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BOARD OF EDUCATION APPROVES $1.09 BILLION OPERATING, $151.7 MILLION CAPITAL BUDGETS FOR FISCAL YEAR 2016

The Board of Education of Anne Arundel County today adopted a $1.09 billion operating budget for the coming fiscal year that enhances support for early literacy, elementary education, and English Language Learners; expands school choice options for students across the county; and facilitates increased compensation for employees throughout the school system.

The action comes on the heels of the approval of funding last week by the County Council that exceeded the legally required minimum level by approximately $5 million. It is the first time in seven years that the County has gone beyond the Maintenance of Effort level.

“After so many years of flat per-pupil funding, our County has made a significant investment in moving our school system forward this year,” Board President Stacy Korbelak said. “I believe this funding recognizes the asset that our school system is to our County, and the needs that we have in order to continue to improve the education we provide to our growing and diverse student population. We are certainly grateful for the collaborative effort that has resulted in our ability to further enhance the education we provide to nearly 80,000 students.”

The budget approved by the Board contains nearly $3.8 million to expand the Monarch Academy Public Contract School in Laurel, which will add a sixth grade next fall. It also contains approximately 70 positions that will allow the school system to: launch the Triple E (Enhancing Elementary Excellence) program to 14 elementary schools in the Meade and Southern clusters; open a third middle school STEM magnet program at Central Middle School; expand existing middle school and high school magnet programs; and open the International Baccalaureate Primary Years Programme at Tracey’s and Waugh Chapel elementary schools.

In addition, the budget established prekindergarten programs at Odenton, Overlook, Riviera Beach, and Severn elementary schools; and added English Language Acquisition teachers, special education early childhood literacy instructors, teachers to address enrollment increases, and school psychologists.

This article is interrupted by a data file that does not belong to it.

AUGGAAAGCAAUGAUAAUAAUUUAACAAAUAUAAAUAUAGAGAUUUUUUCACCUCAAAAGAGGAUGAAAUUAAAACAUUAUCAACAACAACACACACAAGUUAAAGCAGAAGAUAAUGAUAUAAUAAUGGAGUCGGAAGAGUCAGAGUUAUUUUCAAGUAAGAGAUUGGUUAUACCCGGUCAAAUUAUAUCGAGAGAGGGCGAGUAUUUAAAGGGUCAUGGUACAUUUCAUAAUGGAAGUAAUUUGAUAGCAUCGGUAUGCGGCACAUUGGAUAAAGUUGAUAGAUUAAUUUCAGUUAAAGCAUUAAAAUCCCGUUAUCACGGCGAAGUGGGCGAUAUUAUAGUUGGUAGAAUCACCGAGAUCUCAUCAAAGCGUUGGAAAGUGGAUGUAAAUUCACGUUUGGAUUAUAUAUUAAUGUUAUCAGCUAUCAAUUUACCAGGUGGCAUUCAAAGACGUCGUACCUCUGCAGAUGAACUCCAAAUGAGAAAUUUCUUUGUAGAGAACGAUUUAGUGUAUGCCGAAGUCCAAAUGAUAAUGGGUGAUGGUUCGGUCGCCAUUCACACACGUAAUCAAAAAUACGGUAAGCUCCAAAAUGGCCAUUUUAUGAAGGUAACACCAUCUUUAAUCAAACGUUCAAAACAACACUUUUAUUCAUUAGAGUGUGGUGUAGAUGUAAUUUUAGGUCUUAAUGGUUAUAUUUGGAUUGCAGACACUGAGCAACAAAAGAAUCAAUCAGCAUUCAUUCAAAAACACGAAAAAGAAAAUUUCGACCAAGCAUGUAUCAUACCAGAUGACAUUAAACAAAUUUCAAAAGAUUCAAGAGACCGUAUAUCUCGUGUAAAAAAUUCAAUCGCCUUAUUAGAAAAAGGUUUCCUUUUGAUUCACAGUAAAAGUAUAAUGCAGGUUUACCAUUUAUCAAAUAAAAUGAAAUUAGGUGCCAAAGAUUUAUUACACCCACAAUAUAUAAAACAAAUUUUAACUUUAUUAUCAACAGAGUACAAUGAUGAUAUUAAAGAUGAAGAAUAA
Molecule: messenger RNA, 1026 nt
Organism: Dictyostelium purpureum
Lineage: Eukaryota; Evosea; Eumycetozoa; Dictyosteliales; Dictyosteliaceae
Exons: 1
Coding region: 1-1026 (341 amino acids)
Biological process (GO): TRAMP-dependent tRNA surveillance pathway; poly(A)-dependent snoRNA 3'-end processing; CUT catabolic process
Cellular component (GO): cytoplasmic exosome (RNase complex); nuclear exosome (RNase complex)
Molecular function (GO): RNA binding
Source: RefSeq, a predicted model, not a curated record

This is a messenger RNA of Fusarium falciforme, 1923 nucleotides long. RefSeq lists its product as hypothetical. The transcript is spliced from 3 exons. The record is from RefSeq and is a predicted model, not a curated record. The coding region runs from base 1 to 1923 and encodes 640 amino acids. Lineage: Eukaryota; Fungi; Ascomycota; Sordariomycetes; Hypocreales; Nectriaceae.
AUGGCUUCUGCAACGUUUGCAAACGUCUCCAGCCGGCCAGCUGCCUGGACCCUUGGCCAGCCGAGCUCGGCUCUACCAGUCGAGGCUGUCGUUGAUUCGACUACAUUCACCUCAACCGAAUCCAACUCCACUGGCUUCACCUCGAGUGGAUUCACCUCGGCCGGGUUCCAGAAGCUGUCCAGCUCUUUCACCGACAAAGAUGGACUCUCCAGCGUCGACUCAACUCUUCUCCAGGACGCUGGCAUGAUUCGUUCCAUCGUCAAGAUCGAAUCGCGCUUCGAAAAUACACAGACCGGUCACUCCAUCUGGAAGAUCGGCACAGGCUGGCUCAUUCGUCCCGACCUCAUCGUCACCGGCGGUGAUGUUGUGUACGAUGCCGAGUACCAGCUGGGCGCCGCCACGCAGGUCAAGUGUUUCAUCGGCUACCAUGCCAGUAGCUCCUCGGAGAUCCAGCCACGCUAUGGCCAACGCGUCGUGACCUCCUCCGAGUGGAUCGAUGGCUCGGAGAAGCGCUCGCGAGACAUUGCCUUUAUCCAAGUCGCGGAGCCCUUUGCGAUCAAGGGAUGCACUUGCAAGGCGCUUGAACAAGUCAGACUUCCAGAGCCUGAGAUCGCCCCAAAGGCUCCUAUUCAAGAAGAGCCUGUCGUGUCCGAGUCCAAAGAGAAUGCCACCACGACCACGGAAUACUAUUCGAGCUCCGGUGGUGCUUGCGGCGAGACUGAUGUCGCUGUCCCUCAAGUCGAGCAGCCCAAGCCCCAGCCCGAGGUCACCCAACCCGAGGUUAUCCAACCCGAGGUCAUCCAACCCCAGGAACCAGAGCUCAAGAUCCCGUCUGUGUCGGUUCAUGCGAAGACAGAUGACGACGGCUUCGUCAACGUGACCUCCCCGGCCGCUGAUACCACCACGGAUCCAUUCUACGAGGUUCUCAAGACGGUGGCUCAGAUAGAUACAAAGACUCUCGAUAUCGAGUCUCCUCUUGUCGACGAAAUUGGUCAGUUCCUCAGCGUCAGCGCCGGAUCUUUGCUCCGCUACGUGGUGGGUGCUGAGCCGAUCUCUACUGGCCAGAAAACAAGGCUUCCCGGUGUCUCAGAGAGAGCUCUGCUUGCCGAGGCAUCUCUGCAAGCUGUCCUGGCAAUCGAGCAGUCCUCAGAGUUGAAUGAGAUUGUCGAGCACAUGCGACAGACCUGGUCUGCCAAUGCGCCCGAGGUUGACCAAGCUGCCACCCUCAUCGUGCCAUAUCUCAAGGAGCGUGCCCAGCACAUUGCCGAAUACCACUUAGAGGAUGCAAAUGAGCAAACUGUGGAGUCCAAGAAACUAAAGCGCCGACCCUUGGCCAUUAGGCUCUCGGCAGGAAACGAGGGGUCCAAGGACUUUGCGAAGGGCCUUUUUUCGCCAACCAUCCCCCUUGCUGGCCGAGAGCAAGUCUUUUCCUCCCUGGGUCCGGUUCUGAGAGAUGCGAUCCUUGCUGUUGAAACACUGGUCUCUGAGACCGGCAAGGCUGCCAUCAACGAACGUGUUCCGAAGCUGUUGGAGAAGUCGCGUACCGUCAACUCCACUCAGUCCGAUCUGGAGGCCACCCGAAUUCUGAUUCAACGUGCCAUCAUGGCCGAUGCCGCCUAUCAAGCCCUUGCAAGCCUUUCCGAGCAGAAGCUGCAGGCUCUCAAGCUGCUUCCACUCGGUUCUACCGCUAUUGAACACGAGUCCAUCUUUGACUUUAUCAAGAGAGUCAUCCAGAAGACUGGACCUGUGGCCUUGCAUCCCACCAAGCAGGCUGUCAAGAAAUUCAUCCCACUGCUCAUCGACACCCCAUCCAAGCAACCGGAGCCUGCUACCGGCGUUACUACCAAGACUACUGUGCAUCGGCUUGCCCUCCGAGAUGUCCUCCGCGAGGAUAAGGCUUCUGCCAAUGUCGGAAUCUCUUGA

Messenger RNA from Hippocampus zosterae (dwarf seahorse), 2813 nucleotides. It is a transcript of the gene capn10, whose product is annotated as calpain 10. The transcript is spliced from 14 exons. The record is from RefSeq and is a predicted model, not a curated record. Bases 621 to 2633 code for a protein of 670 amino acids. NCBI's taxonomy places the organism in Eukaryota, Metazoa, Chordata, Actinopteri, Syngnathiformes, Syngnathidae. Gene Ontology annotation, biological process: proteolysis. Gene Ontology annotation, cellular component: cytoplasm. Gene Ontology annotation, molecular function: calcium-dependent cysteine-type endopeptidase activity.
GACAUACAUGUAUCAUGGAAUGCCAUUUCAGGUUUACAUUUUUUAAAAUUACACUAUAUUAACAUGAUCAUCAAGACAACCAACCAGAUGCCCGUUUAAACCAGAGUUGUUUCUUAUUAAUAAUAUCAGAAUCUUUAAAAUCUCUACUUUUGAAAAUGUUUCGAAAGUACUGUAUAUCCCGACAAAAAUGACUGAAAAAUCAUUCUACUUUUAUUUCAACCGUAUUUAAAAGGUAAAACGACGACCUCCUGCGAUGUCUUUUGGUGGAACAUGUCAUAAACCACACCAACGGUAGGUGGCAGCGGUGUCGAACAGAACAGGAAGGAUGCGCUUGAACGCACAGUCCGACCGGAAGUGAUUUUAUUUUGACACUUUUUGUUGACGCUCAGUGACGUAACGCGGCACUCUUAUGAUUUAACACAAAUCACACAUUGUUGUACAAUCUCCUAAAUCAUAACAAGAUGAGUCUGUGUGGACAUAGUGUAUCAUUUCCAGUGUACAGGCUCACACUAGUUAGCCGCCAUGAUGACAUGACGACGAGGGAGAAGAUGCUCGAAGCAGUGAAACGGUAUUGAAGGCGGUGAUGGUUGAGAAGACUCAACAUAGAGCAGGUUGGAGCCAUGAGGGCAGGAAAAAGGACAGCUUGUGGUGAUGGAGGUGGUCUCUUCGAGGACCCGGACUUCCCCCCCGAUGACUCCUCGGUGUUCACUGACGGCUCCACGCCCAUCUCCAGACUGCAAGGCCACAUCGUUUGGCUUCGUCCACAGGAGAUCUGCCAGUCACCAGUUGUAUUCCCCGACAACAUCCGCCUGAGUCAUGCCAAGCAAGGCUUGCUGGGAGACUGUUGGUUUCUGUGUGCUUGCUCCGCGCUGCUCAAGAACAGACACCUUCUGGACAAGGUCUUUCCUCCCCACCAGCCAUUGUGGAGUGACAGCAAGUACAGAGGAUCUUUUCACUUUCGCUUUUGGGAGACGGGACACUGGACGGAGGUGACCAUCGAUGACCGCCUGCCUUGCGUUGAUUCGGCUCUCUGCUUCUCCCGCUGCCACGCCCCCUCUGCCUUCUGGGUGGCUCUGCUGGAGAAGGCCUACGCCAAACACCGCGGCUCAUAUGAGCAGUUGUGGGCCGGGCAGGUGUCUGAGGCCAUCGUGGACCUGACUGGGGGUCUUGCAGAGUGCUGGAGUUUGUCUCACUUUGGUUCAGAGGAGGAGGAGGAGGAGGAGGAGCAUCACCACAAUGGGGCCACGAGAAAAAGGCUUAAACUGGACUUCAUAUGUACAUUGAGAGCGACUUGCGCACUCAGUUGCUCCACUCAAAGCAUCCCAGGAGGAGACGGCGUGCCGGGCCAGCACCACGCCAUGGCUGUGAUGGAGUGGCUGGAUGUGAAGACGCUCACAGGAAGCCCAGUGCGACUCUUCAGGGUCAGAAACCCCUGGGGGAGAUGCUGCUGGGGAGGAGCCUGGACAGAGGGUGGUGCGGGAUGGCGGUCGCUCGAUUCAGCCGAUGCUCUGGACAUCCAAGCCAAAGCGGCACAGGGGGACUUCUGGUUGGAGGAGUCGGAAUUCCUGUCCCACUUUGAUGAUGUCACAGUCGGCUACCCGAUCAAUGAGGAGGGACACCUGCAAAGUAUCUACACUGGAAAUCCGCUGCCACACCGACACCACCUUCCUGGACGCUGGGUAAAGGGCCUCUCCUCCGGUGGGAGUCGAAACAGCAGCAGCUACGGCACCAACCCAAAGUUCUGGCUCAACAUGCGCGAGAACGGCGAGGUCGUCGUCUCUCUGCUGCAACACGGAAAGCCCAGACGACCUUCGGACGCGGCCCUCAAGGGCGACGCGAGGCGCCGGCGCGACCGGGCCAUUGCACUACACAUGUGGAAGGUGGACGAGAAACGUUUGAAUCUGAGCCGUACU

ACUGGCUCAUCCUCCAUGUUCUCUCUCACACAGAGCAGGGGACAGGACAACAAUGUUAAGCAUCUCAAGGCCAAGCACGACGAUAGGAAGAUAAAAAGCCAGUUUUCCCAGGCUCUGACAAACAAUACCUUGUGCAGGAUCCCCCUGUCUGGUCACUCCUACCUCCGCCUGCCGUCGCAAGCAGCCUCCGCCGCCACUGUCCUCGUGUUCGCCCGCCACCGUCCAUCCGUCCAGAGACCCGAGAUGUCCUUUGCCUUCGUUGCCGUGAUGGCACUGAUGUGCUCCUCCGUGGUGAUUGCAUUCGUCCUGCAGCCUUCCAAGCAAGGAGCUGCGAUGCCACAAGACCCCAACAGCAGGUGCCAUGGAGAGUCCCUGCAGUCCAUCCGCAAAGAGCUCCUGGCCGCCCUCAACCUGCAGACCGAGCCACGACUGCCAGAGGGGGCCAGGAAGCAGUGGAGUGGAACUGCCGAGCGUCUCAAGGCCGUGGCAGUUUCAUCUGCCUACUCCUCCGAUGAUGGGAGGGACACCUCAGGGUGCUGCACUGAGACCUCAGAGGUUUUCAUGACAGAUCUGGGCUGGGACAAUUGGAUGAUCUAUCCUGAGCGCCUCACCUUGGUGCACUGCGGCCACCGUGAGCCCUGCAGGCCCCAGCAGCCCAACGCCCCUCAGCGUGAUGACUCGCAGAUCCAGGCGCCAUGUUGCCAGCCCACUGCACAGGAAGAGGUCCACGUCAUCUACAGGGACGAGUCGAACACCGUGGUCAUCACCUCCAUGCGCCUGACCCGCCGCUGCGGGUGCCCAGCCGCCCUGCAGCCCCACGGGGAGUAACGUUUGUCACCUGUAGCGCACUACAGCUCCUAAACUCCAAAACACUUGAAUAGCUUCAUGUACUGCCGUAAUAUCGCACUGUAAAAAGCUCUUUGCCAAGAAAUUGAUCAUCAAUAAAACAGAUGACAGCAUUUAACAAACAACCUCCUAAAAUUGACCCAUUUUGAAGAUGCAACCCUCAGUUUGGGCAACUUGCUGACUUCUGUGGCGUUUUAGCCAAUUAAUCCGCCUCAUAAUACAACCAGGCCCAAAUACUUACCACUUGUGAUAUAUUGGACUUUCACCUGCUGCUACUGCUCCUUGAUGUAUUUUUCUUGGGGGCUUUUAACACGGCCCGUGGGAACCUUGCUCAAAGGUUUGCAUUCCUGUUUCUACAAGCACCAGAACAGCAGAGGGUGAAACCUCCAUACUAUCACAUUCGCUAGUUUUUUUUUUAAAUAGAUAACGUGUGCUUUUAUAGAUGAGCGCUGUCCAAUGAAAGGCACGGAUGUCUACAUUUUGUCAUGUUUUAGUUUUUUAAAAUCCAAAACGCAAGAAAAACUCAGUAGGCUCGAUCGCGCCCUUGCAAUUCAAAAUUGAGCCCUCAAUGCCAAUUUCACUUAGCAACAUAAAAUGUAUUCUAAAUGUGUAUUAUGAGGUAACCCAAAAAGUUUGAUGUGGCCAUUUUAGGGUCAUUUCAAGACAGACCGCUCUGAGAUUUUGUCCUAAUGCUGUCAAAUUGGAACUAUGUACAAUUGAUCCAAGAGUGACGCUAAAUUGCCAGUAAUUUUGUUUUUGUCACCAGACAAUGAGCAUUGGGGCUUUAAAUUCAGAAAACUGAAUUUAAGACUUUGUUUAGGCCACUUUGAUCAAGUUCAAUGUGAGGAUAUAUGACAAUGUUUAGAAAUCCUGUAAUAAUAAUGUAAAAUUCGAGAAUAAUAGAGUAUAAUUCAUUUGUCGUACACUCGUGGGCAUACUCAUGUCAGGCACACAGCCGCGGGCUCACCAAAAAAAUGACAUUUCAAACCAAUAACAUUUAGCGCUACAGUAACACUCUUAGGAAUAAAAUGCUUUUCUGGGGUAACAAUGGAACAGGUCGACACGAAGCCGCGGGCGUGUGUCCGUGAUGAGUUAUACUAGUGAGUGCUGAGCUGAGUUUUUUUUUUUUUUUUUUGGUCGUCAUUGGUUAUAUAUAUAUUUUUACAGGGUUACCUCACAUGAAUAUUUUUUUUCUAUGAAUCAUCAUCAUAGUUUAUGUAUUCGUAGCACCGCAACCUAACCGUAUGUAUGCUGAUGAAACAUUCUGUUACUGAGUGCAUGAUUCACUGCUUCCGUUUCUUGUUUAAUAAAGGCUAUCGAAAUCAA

The budget approved by the Board contains approximately $7.2 million for employee compensation increases. The exact nature of those increases will be determined at the conclusion of ongoing negotiations with employee bargaining units.

SCHOOL START TIMES

Also included in the budget is more than $738,000 to purchase bus routing software and hire an analyst to run the software as the Board prepares to shift school start times in the 2016-2017 school year. At today’s meeting, the Board directed Superintendent George Arlotto to reserve the $602,240 provided by the County Council and allocate it as needed in preparation for the start time shift.

The Board also directed Dr. Arlotto to provide a report at the February 3, 2016, meeting on the efficiencies in bus routing that have been found through the utilization of the software so that it can determine the exact nature of a start time shift when it presents its Fiscal Year 2017 budget request to the County Executive.

CAPITAL BUDGET

Also today, the Board adopted a $151.7 million capital budget that contains funding for major projects at the following schools:

  • Rolling Knolls Elementary School replacement, $15.0 million
  • Benfield Elementary School revitalization, $14.6 million
  • West Annapolis Elementary School modernization, $9.7 million
  • Severna Park High School replacement, $48.5 million
  • Manor View Elementary School revitalization (design), $2.3 million
  • High Point Elementary School modernization (design), $2.8 million
  • Jessup Elementary School replacement (design), $2.7 million
  • Arnold Elementary School replacement (design), $2.6 million

The capital budget also includes $5 million for open space classroom enclosures at Glen Burnie High School and $11 million for additions at Eastport and Georgetown East elementary schools and the West Meade Early Education Center.

For the first time the Council also included $300,000 for playground improvements at elementary schools.